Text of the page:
Forward Geocoding is a function for converting geographic addresses to coordinates in a Latitude - Longitude format. For example, providing an address like "221b Baker St, London NW1 6XE" you would receive its coordinates - "51.524259, -0.1584738", and have it shown on a map.
Using the forward geocoding will result in a list of geographical objects from the OSM database, sorted by relevance. This means options that are considered to more precisely match the expected results, will be at the top of the list.
If you want to narrow your query by the type of the element sought, for example search only cities or countries, you should use the following parameters:
- country - search by country
- state - search by states
- county - search by districts / provinces
- city - search by names of cities
- street - search by names of streets. Should be specified in the following format <house_number> <street_name>
- postalcode - limit the results to a specified postal code
Please note that these parameters are not applicable with the q
Let's consider a search for cities with the name St. Petersburg:
The main geocoding function parameter is the search query that is sent with the key q. Normally, the geographical address of the object is the search query, for example:
221b Baker St, London NW1 6XE
Note, that the query line should be converted to the URL-encoded format.
The q parameter is also sufficient for making a simple query:
The forward geocoding functions are executed using the following queries:
For various reasons you may want to limit your search results. Below you will see several useful parameters which you can use for this.
parameter is used to limit the search area by a country or a list of countries. The parameter value here should be a two-letter country code (or country codes) in the ISO 3166 alpha-2 format. Here's an example:
- Poland - pl
- New Zealand - nz
- China - cn
You may know that London as a geographical name refers not only to the capital of the UK, but also to several cities in the US. In order to exclude the results outside the UK, you should formulate your query as:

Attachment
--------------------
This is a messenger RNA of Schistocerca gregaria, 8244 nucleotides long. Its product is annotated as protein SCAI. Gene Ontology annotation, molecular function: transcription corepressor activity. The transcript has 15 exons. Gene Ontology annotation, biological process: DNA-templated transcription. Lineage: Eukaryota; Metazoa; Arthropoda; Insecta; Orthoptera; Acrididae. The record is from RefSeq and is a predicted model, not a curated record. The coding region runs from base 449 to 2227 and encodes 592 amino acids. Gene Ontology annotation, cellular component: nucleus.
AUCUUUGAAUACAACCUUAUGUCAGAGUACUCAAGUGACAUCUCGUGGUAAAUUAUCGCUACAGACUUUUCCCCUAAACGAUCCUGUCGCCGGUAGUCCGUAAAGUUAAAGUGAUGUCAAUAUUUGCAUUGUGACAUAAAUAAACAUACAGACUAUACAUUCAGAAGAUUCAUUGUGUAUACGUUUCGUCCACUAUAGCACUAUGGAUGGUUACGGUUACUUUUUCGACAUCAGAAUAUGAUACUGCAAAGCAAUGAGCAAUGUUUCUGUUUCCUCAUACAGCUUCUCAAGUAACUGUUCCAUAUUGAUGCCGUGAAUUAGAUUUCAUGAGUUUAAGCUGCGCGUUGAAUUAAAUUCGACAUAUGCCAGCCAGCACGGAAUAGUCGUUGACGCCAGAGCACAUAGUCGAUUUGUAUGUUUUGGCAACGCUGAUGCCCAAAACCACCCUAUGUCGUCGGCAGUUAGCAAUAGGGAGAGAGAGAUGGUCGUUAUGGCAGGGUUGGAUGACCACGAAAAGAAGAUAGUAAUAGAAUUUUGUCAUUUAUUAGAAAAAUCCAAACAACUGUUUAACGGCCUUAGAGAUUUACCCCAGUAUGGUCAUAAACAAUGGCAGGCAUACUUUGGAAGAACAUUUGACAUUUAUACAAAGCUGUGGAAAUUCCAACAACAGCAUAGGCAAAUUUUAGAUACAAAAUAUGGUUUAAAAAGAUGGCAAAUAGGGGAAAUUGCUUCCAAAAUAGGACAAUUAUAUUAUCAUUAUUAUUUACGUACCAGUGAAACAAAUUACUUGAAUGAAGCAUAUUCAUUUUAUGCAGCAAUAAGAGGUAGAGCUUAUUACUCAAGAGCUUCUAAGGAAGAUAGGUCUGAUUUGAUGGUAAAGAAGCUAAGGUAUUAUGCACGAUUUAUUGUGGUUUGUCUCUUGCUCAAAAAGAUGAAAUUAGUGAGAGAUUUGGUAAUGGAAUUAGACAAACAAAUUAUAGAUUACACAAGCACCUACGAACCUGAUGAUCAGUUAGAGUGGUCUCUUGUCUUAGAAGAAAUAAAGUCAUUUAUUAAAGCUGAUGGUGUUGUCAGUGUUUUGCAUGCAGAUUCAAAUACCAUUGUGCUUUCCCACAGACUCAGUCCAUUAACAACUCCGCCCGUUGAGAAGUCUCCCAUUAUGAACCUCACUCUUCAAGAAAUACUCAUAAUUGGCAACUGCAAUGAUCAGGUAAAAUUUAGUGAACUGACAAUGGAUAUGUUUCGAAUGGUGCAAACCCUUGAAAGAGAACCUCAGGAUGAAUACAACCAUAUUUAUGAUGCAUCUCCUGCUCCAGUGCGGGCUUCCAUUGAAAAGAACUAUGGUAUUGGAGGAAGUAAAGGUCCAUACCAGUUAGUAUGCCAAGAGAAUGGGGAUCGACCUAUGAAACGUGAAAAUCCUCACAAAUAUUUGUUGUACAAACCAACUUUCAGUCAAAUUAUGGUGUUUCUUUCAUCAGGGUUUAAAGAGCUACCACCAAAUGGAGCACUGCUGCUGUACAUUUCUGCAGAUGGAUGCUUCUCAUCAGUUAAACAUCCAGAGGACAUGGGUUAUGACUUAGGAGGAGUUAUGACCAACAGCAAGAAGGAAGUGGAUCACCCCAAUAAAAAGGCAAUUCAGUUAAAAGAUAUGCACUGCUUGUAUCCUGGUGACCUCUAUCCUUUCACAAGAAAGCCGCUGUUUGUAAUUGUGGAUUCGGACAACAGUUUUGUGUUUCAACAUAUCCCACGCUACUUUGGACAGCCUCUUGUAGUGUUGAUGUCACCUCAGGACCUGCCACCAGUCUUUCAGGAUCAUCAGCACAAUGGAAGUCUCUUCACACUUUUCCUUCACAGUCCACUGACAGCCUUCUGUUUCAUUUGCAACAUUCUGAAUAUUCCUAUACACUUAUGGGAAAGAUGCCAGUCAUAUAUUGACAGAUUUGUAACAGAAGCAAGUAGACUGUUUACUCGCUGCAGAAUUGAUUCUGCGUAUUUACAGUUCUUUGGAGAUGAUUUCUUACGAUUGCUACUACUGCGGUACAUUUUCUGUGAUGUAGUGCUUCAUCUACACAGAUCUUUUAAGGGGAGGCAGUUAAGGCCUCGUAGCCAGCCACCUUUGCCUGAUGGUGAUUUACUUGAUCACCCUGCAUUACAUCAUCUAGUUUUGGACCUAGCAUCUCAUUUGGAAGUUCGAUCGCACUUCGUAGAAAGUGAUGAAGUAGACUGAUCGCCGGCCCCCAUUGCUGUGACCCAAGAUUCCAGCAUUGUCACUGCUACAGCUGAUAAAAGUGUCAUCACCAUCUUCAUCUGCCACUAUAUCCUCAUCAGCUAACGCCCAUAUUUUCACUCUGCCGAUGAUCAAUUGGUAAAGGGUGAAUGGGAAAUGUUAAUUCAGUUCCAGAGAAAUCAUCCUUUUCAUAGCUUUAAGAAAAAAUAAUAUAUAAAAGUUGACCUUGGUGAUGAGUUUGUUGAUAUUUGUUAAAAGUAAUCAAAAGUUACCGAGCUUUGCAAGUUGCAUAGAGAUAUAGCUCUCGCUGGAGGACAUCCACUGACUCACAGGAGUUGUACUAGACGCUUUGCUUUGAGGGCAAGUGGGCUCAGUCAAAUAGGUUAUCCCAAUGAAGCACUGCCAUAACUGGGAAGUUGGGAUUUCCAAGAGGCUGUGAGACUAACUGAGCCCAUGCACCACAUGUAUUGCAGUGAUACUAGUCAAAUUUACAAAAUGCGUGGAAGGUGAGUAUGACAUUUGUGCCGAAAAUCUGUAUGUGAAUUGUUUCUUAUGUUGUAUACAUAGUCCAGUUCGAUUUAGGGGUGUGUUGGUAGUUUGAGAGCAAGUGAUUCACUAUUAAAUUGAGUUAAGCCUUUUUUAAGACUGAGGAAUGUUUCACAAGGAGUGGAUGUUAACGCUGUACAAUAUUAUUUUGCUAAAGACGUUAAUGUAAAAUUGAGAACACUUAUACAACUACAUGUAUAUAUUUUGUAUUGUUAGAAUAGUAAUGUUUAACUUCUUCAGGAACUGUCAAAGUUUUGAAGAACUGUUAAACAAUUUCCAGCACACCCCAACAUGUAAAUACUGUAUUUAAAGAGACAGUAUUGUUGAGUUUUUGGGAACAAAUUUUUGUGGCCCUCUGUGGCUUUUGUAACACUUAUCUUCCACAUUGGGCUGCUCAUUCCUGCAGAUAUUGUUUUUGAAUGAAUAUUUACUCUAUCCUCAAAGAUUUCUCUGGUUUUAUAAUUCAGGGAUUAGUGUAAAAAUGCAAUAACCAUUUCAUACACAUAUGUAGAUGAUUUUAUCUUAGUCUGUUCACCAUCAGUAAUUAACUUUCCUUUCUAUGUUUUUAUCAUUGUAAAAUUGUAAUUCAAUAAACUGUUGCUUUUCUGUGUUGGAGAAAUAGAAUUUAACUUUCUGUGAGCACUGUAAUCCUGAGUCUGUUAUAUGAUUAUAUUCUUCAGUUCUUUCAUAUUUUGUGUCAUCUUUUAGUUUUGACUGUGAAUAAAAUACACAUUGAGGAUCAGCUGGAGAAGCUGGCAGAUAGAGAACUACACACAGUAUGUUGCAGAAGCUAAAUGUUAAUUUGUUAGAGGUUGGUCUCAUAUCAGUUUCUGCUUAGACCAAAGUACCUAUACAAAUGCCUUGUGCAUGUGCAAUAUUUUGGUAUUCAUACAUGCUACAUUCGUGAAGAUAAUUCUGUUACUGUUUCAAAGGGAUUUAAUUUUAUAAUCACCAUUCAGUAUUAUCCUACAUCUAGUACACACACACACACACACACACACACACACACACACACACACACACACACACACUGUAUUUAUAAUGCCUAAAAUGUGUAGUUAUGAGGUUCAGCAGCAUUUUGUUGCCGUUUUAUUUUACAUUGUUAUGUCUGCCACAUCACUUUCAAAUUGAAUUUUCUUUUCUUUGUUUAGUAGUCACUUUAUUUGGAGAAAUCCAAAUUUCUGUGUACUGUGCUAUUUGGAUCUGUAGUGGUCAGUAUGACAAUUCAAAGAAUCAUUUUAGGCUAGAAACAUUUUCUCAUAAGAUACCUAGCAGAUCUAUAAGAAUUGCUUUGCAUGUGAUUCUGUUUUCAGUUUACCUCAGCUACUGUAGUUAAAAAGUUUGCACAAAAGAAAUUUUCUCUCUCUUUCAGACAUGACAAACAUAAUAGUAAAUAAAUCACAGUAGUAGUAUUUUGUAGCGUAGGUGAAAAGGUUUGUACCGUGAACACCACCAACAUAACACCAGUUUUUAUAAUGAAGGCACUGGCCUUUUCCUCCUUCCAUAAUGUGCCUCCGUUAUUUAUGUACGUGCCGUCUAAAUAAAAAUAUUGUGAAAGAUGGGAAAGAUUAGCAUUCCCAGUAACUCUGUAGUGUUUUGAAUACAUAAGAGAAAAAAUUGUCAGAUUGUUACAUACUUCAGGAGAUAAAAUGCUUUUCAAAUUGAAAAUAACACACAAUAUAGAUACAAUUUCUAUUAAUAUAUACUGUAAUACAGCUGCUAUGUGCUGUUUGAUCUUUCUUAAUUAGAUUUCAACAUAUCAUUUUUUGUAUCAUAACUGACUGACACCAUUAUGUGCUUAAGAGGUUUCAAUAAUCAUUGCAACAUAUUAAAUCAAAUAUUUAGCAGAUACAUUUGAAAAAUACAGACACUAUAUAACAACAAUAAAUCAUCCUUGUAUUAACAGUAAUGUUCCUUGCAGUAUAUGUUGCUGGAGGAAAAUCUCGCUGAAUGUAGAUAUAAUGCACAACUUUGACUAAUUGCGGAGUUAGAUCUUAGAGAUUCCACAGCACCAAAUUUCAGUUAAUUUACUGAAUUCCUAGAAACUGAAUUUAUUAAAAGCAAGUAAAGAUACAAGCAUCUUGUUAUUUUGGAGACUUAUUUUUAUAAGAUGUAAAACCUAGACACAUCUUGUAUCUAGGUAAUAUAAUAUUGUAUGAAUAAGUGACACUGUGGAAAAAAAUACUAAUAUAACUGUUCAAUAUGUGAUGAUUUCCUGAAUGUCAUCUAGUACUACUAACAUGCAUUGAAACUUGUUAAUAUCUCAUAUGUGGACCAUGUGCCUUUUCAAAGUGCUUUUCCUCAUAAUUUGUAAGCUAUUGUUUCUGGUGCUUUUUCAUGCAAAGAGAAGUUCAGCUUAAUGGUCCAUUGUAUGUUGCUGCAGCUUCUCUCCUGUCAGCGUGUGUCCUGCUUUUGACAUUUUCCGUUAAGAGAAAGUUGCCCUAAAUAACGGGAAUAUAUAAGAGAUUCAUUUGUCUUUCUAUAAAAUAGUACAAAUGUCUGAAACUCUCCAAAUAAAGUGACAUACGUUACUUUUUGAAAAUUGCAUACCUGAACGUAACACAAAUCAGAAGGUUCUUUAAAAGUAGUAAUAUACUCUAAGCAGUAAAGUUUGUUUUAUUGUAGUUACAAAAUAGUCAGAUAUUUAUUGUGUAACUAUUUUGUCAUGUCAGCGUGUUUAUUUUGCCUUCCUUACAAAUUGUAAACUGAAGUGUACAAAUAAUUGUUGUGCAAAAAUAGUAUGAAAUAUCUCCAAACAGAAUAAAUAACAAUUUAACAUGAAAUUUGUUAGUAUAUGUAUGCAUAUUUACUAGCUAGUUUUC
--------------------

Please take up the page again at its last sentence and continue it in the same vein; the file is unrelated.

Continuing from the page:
The full list of country codes in the ISO 3166 alpha-2 format can be found here
There are a large number of different geo-objects with the same name. But, if you limit your search area geometrically, by way of forming a rectangular area on a coordinate grid, you will probably get better results. This is where the viewbox
parameter comes into play. For example, you want to find coordinates for objects with the word "park" in their names. More specifically, your search is for such objects only in London. Using the results of the previous query, specify:
Please note, that apart from viewbox the query includes the bounded parameter. The use of this parameter guarantees that only the results from the specified area (viewbox) will be shown.
In order to exclude the results you know are irrelevant, use the exclude_place_ids parameter with OSM (place_id) identifiers for unwanted geographical objects. For example, you want to find all objects named "London", excluding the UK capital. Using the place_id that we received as a result for one of our previous queries, we have:
To limit the number of resulting options, use the limit parameter: